Even as many automotive assembly lines look like a scene from a dystopian science fiction movie, with robots performing everything from welding to painting with nary a living, breathing human being in sight, automakers are hiring more people.
That's according to an analysis published by Bloomberg, which analyzed employment and other data from the 13 publicly traded automakers with at least 100,000 workers at the end of their most recent fiscal years. It found that between the end of 2013 and 2017, 11 of the 13 companies had grown their staffing levels by a combined 3.1 million employees, a gain of 11 percent. Nissan and General Motors were the only two that shrank their labor forces, by 2.8 percent and 18 percent, respectively — and GM's numbers were affected by its sale of its European Opel-Vauxhall division in 2017 to PSA Groupe.
The analysis included three Chinese automakers — BYD, SAIC Motor Corp. and Dongfeng Motor Group. Steve Man, an analyst at Bloomberg Intelligence in Hong Kong, told the outlet that automakers in China and other fast-growing markets favor human labor because it requires less upfront investment. At plants in developed markets like the U.S., automation is generally already well established, but automakers are hiring in R&D and software development as the industry shifts toward electric, autonomous and connected vehicles.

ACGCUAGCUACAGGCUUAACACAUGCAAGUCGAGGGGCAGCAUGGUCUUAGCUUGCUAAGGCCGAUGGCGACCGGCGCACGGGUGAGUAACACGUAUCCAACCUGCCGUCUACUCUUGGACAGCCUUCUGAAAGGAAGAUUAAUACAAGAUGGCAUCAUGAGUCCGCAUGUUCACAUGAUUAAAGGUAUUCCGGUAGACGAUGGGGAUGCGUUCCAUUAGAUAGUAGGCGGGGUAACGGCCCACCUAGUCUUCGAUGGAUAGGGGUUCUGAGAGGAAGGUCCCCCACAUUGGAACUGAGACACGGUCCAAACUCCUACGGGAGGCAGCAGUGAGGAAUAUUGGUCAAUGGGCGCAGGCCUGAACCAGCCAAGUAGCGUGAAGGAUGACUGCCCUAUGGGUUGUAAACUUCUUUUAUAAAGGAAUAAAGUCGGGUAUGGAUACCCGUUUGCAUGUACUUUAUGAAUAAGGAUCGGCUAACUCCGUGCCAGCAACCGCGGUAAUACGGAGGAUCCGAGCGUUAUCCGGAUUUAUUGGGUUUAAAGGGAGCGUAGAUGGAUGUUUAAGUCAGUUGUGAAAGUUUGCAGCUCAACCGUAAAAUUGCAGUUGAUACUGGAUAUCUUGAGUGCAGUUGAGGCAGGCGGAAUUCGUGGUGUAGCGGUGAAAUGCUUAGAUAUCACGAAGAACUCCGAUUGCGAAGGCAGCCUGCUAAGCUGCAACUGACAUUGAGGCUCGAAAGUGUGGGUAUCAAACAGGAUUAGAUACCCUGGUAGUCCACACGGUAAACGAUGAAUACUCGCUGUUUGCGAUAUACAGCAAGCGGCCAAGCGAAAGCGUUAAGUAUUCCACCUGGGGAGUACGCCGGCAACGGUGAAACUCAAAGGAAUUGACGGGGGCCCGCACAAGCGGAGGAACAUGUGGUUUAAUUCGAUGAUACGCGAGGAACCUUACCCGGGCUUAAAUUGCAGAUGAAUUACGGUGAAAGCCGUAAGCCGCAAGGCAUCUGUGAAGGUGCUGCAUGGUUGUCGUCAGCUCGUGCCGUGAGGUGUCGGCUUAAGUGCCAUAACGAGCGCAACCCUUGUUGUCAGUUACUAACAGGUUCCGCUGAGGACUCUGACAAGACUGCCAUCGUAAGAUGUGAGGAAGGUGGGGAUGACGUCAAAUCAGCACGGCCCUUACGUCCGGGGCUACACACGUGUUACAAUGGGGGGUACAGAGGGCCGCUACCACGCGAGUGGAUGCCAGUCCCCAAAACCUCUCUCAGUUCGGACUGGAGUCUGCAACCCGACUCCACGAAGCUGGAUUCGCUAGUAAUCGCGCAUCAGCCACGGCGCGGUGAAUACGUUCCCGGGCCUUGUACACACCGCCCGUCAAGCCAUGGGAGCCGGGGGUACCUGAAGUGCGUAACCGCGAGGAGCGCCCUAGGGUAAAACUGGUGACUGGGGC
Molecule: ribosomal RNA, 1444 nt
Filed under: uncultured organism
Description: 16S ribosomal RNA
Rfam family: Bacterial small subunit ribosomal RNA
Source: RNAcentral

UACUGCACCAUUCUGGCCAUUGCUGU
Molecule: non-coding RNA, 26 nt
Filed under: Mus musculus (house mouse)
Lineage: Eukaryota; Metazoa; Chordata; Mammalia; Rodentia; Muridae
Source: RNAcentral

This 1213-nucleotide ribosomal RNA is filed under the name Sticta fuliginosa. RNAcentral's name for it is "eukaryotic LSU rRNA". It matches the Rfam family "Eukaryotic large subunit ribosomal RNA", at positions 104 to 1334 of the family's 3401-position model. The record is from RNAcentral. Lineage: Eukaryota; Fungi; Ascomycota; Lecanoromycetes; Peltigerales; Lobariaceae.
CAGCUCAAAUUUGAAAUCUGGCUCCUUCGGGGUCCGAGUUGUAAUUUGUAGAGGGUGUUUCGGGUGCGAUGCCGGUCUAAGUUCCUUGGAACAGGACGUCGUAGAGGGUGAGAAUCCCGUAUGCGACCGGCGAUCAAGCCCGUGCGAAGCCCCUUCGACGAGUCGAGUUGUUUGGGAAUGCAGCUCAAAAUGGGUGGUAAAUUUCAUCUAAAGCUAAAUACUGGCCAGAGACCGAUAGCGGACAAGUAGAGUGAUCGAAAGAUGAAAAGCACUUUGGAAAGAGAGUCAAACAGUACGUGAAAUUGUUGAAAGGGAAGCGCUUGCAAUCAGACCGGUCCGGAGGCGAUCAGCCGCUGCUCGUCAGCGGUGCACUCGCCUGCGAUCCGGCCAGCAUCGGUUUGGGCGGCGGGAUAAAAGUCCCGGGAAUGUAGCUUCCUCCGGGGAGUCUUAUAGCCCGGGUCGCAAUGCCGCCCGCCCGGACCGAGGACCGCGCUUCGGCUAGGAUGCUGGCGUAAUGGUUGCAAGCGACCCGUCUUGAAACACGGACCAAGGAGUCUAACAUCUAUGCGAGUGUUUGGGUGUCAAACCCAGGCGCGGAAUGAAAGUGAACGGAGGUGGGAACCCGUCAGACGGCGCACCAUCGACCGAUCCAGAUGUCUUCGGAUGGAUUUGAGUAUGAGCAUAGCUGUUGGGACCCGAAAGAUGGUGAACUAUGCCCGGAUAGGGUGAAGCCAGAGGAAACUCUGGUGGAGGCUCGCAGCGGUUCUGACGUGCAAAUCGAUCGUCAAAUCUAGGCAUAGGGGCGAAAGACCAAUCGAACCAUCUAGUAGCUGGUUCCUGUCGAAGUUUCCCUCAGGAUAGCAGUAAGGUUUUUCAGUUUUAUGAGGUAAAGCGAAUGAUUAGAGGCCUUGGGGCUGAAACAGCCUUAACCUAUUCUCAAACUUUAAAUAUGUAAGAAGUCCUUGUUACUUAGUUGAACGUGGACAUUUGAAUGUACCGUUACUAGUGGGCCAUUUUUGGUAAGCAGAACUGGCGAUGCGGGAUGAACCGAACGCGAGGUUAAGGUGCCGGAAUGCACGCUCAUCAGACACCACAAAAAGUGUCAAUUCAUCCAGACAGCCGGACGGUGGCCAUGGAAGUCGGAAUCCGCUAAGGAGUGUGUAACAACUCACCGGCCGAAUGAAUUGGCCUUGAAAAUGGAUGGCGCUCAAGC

In 2017, the consulting firm McKinsey published a white paper saying that industrial robotics are becoming cheaper and more capable of tasks that weren't previously a good fit for automation, making it likely that companies will use more and more of them — especially technologies like 3D printing and CNC cutting. But author Jonathan Tilley, a senior expert at McKinsey, warned that "It can be all too easy to get carried away with automation for its own sake, but the result of this approach is almost always projects that cost too much, take too long to implement, and fail to deliver against their business objectives."
His words bring to mind the example of Tesla and its highly automated assembly plant in Fremont, Calif. Elon Musk earlier this year acknowledged that too many robots may have been responsible for some of the problems that have famously plagued production of the Model 3 sedan and that the plant would benefit from more human operators.